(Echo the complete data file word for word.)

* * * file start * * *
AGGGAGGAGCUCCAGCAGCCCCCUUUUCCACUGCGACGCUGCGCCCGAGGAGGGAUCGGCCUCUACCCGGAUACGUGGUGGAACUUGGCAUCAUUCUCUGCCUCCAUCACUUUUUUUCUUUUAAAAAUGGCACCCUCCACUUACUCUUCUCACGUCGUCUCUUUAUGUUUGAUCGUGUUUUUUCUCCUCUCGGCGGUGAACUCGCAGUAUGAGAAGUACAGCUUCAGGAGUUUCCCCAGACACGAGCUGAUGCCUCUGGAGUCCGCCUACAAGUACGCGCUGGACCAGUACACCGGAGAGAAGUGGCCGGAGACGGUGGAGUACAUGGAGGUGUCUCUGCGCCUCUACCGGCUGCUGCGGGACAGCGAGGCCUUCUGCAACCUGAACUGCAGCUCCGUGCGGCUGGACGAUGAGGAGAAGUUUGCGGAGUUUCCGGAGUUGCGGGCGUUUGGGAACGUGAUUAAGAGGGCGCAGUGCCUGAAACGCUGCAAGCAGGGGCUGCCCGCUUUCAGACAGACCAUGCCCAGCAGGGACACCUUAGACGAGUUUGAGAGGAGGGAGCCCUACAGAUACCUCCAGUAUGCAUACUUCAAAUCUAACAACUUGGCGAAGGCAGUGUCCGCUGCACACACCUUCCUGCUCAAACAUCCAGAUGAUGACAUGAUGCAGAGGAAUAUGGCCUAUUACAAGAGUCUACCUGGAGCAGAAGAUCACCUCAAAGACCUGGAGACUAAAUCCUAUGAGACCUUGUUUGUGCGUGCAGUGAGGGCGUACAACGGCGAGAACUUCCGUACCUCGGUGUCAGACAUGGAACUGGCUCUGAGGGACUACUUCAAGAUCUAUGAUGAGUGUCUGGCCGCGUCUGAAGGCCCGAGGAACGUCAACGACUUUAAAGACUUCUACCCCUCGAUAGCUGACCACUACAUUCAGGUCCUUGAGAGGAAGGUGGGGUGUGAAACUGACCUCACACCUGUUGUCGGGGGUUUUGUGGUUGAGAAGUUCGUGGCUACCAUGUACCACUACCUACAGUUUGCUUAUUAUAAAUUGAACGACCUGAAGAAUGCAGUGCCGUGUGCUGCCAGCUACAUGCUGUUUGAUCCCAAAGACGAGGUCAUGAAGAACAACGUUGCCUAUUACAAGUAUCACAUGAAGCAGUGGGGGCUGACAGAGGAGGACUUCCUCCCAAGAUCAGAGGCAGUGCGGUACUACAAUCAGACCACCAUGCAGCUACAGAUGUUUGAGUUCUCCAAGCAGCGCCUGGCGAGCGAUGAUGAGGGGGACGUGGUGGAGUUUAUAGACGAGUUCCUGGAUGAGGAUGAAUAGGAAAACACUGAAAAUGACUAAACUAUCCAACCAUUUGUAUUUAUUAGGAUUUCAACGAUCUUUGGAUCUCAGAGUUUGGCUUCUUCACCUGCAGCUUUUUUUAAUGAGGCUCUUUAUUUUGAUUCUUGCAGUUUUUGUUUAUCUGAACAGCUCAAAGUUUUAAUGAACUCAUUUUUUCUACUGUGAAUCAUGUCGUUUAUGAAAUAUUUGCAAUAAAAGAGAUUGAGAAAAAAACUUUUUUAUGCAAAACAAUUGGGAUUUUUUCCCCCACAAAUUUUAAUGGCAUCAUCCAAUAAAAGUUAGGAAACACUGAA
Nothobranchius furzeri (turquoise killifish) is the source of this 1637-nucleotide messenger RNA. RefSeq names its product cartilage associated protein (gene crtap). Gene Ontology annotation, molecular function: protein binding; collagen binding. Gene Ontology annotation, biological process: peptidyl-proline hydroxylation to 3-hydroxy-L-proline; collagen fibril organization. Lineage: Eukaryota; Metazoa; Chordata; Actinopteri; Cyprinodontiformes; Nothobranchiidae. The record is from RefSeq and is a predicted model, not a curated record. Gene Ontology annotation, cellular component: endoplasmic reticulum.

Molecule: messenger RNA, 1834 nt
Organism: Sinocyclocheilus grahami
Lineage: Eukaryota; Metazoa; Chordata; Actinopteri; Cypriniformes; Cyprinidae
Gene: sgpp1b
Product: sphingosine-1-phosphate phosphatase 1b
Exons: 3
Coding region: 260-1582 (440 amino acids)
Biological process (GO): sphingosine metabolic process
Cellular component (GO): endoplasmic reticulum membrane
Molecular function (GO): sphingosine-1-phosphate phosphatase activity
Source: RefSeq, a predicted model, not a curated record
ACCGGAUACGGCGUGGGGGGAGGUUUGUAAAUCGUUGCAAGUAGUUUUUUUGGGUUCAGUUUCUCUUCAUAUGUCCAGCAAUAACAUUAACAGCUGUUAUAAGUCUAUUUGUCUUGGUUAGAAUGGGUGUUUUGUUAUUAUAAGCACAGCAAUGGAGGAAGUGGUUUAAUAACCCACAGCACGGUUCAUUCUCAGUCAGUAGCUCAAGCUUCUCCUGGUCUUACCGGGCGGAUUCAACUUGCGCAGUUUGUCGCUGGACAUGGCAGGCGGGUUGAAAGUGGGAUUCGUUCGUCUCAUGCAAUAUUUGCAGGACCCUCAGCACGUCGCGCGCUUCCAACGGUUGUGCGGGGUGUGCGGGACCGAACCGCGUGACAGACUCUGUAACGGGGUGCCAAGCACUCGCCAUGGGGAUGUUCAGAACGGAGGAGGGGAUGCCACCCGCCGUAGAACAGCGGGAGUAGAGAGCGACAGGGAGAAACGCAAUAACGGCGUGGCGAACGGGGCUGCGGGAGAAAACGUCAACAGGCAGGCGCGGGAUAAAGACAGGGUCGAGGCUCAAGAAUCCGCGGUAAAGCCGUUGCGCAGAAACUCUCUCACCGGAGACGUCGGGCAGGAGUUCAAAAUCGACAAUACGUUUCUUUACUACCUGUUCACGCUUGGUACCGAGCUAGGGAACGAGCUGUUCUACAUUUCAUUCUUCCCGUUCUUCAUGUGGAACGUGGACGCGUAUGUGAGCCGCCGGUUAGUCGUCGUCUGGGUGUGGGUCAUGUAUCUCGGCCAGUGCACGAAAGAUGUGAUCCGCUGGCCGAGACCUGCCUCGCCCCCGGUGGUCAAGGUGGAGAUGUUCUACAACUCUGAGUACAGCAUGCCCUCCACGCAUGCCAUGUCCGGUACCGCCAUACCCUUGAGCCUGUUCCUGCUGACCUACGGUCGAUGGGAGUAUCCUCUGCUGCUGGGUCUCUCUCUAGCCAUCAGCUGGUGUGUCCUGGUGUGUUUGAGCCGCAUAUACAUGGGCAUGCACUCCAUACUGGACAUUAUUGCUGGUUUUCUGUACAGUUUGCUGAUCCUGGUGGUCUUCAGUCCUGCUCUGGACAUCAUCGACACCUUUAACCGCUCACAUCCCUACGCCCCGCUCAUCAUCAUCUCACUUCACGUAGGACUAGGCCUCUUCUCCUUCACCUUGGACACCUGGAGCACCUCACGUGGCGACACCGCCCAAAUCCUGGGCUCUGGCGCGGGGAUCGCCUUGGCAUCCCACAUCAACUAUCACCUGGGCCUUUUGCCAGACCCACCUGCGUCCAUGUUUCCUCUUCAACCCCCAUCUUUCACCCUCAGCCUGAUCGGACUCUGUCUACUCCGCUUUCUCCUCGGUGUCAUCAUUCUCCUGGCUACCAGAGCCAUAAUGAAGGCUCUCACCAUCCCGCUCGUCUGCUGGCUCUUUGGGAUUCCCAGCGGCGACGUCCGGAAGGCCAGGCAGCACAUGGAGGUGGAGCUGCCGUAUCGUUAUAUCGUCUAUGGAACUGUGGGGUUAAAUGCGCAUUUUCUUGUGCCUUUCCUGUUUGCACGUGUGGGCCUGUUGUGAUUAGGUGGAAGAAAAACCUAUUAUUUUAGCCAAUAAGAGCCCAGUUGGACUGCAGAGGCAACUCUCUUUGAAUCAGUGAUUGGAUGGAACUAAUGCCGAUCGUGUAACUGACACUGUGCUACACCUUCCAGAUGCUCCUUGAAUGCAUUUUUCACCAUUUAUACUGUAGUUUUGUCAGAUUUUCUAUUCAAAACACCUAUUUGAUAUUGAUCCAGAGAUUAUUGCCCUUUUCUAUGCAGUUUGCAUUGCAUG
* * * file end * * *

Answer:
AGGGAGGAGCUCCAGCAGCCCCCUUUUCCACUGCGACGCUGCGCCCGAGGAGGGAUCGGCCUCUACCCGGAUACGUGGUGGAACUUGGCAUCAUUCUCUGCCUCCAUCACUUUUUUUCUUUUAAAAAUGGCACCCUCCACUUACUCUUCUCACGUCGUCUCUUUAUGUUUGAUCGUGUUUUUUCUCCUCUCGGCGGUGAACUCGCAGUAUGAGAAGUACAGCUUCAGGAGUUUCCCCAGACACGAGCUGAUGCCUCUGGAGUCCGCCUACAAGUACGCGCUGGACCAGUACACCGGAGAGAAGUGGCCGGAGACGGUGGAGUACAUGGAGGUGUCUCUGCGCCUCUACCGGCUGCUGCGGGACAGCGAGGCCUUCUGCAACCUGAACUGCAGCUCCGUGCGGCUGGACGAUGAGGAGAAGUUUGCGGAGUUUCCGGAGUUGCGGGCGUUUGGGAACGUGAUUAAGAGGGCGCAGUGCCUGAAACGCUGCAAGCAGGGGCUGCCCGCUUUCAGACAGACCAUGCCCAGCAGGGACACCUUAGACGAGUUUGAGAGGAGGGAGCCCUACAGAUACCUCCAGUAUGCAUACUUCAAAUCUAACAACUUGGCGAAGGCAGUGUCCGCUGCACACACCUUCCUGCUCAAACAUCCAGAUGAUGACAUGAUGCAGAGGAAUAUGGCCUAUUACAAGAGUCUACCUGGAGCAGAAGAUCACCUCAAAGACCUGGAGACUAAAUCCUAUGAGACCUUGUUUGUGCGUGCAGUGAGGGCGUACAACGGCGAGAACUUCCGUACCUCGGUGUCAGACAUGGAACUGGCUCUGAGGGACUACUUCAAGAUCUAUGAUGAGUGUCUGGCCGCGUCUGAAGGCCCGAGGAACGUCAACGACUUUAAAGACUUCUACCCCUCGAUAGCUGACCACUACAUUCAGGUCCUUGAGAGGAAGGUGGGGUGUGAAACUGACCUCACACCUGUUGUCGGGGGUUUUGUGGUUGAGAAGUUCGUGGCUACCAUGUACCACUACCUACAGUUUGCUUAUUAUAAAUUGAACGACCUGAAGAAUGCAGUGCCGUGUGCUGCCAGCUACAUGCUGUUUGAUCCCAAAGACGAGGUCAUGAAGAACAACGUUGCCUAUUACAAGUAUCACAUGAAGCAGUGGGGGCUGACAGAGGAGGACUUCCUCCCAAGAUCAGAGGCAGUGCGGUACUACAAUCAGACCACCAUGCAGCUACAGAUGUUUGAGUUCUCCAAGCAGCGCCUGGCGAGCGAUGAUGAGGGGGACGUGGUGGAGUUUAUAGACGAGUUCCUGGAUGAGGAUGAAUAGGAAAACACUGAAAAUGACUAAACUAUCCAACCAUUUGUAUUUAUUAGGAUUUCAACGAUCUUUGGAUCUCAGAGUUUGGCUUCUUCACCUGCAGCUUUUUUUAAUGAGGCUCUUUAUUUUGAUUCUUGCAGUUUUUGUUUAUCUGAACAGCUCAAAGUUUUAAUGAACUCAUUUUUUCUACUGUGAAUCAUGUCGUUUAUGAAAUAUUUGCAAUAAAAGAGAUUGAGAAAAAAACUUUUUUAUGCAAAACAAUUGGGAUUUUUUCCCCCACAAAUUUUAAUGGCAUCAUCCAAUAAAAGUUAGGAAACACUGAA
Nothobranchius furzeri (turquoise killifish) is the source of this 1637-nucleotide messenger RNA. RefSeq names its product cartilage associated protein (gene crtap). Gene Ontology annotation, molecular function: protein binding; collagen binding. Gene Ontology annotation, biological process: peptidyl-proline hydroxylation to 3-hydroxy-L-proline; collagen fibril organization. Lineage: Eukaryota; Metazoa; Chordata; Actinopteri; Cyprinodontiformes; Nothobranchiidae. The record is from RefSeq and is a predicted model, not a curated record. Gene Ontology annotation, cellular component: endoplasmic reticulum.

Molecule: messenger RNA, 1834 nt
Organism: Sinocyclocheilus grahami
Lineage: Eukaryota; Metazoa; Chordata; Actinopteri; Cypriniformes; Cyprinidae
Gene: sgpp1b
Product: sphingosine-1-phosphate phosphatase 1b
Exons: 3
Coding region: 260-1582 (440 amino acids)
Biological process (GO): sphingosine metabolic process
Cellular component (GO): endoplasmic reticulum membrane
Molecular function (GO): sphingosine-1-phosphate phosphatase activity
Source: RefSeq, a predicted model, not a curated record
ACCGGAUACGGCGUGGGGGGAGGUUUGUAAAUCGUUGCAAGUAGUUUUUUUGGGUUCAGUUUCUCUUCAUAUGUCCAGCAAUAACAUUAACAGCUGUUAUAAGUCUAUUUGUCUUGGUUAGAAUGGGUGUUUUGUUAUUAUAAGCACAGCAAUGGAGGAAGUGGUUUAAUAACCCACAGCACGGUUCAUUCUCAGUCAGUAGCUCAAGCUUCUCCUGGUCUUACCGGGCGGAUUCAACUUGCGCAGUUUGUCGCUGGACAUGGCAGGCGGGUUGAAAGUGGGAUUCGUUCGUCUCAUGCAAUAUUUGCAGGACCCUCAGCACGUCGCGCGCUUCCAACGGUUGUGCGGGGUGUGCGGGACCGAACCGCGUGACAGACUCUGUAACGGGGUGCCAAGCACUCGCCAUGGGGAUGUUCAGAACGGAGGAGGGGAUGCCACCCGCCGUAGAACAGCGGGAGUAGAGAGCGACAGGGAGAAACGCAAUAACGGCGUGGCGAACGGGGCUGCGGGAGAAAACGUCAACAGGCAGGCGCGGGAUAAAGACAGGGUCGAGGCUCAAGAAUCCGCGGUAAAGCCGUUGCGCAGAAACUCUCUCACCGGAGACGUCGGGCAGGAGUUCAAAAUCGACAAUACGUUUCUUUACUACCUGUUCACGCUUGGUACCGAGCUAGGGAACGAGCUGUUCUACAUUUCAUUCUUCCCGUUCUUCAUGUGGAACGUGGACGCGUAUGUGAGCCGCCGGUUAGUCGUCGUCUGGGUGUGGGUCAUGUAUCUCGGCCAGUGCACGAAAGAUGUGAUCCGCUGGCCGAGACCUGCCUCGCCCCCGGUGGUCAAGGUGGAGAUGUUCUACAACUCUGAGUACAGCAUGCCCUCCACGCAUGCCAUGUCCGGUACCGCCAUACCCUUGAGCCUGUUCCUGCUGACCUACGGUCGAUGGGAGUAUCCUCUGCUGCUGGGUCUCUCUCUAGCCAUCAGCUGGUGUGUCCUGGUGUGUUUGAGCCGCAUAUACAUGGGCAUGCACUCCAUACUGGACAUUAUUGCUGGUUUUCUGUACAGUUUGCUGAUCCUGGUGGUCUUCAGUCCUGCUCUGGACAUCAUCGACACCUUUAACCGCUCACAUCCCUACGCCCCGCUCAUCAUCAUCUCACUUCACGUAGGACUAGGCCUCUUCUCCUUCACCUUGGACACCUGGAGCACCUCACGUGGCGACACCGCCCAAAUCCUGGGCUCUGGCGCGGGGAUCGCCUUGGCAUCCCACAUCAACUAUCACCUGGGCCUUUUGCCAGACCCACCUGCGUCCAUGUUUCCUCUUCAACCCCCAUCUUUCACCCUCAGCCUGAUCGGACUCUGUCUACUCCGCUUUCUCCUCGGUGUCAUCAUUCUCCUGGCUACCAGAGCCAUAAUGAAGGCUCUCACCAUCCCGCUCGUCUGCUGGCUCUUUGGGAUUCCCAGCGGCGACGUCCGGAAGGCCAGGCAGCACAUGGAGGUGGAGCUGCCGUAUCGUUAUAUCGUCUAUGGAACUGUGGGGUUAAAUGCGCAUUUUCUUGUGCCUUUCCUGUUUGCACGUGUGGGCCUGUUGUGAUUAGGUGGAAGAAAAACCUAUUAUUUUAGCCAAUAAGAGCCCAGUUGGACUGCAGAGGCAACUCUCUUUGAAUCAGUGAUUGGAUGGAACUAAUGCCGAUCGUGUAACUGACACUGUGCUACACCUUCCAGAUGCUCCUUGAAUGCAUUUUUCACCAUUUAUACUGUAGUUUUGUCAGAUUUUCUAUUCAAAACACCUAUUUGAUAUUGAUCCAGAGAUUAUUGCCCUUUUCUAUGCAGUUUGCAUUGCAUG